Back to the Drawing Board: Reversal in Texas Redistricting Case - U.S. Supreme Court
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Back to the Drawing Board: Reversal in Texas Redistricting Case

Rick Perry may have exited the presidential race, but he scored a win for Texas Republicans in the Supreme Court; the Nine vacated orders to implement a court-designed Texas redistricting plan this morning, reports The Washington Post.

Texas was awarded four additional congressional seats after the 2010 Census. Tasked with redesigning the state’s legislative and congressional districts to reflect the adjusted population numbers, the Republican-controlled Texas legislature proposed a redistricting map that — no surprise — favored Republicans.

Under the Voting Rights Act, Texas redistricting maps aren't valid until the D.C. Circuit Court of Appeals certifies that the proposed districts won't disenfranchise minority voters. Since Democrat-controlled Department of Justice (DOJ) is blocking D.C. Circuit approval by challenging the new Texas map, three federal judges in San Antonio had to create interim redistricting maps for the 2012 election. Republicans believed that the court-drawn map favored Democrats, and appealed the plan to the Supreme Court.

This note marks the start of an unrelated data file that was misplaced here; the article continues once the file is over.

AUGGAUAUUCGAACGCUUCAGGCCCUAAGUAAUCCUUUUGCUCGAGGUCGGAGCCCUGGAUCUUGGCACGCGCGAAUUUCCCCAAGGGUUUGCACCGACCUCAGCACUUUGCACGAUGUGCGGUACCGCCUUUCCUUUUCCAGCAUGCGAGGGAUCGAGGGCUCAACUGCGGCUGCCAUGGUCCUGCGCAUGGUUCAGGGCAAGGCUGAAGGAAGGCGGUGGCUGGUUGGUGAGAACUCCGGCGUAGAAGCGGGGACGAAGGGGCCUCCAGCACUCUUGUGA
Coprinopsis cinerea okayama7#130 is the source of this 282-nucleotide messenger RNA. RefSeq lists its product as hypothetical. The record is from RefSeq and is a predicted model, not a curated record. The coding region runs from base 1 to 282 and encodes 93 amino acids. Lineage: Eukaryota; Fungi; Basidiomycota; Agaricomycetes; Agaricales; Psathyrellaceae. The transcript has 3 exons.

In a per curiam opinion, the Court sent the Texas redistricting Supreme Court challenge back to a San Antonio federal court, with instructions that the district court must give greater deference to the state legislature's redistricting plan for the state.

Texas had already delayed its primaries until April to accommodate the court challenge. In order to meet deadlines for an April election, the state told the Supreme Court that it needed a decision by February 1, reports The New York Times. The Justices heard arguments in the case on January 9, and issued an opinion just 11 days later, stating that the district court should have used the legislature's Texas redistricting maps as a starting point when creating its own redistricting plan.

"A district court should take guidance from the State's recently enacted plan in drafting an interim plan. That plan reflects the State's policy judgments on where to place new districts and how to shift existing ones in response to massive population growth," the Court wrote.

The district court now must create a new redistricting plan before February 1 to avoid further delays in the state's elections.

The Texas redistricting plan decision wasn't the only election issue the Court addressed today. The Court also stayed a district court ruling blocking West Virginia's redistricting plan, reports SCOTUSblog. The Supreme Court will also hear the West Virginia redistricting challenge, Tennant v. Jefferson Cty. Comm'n.

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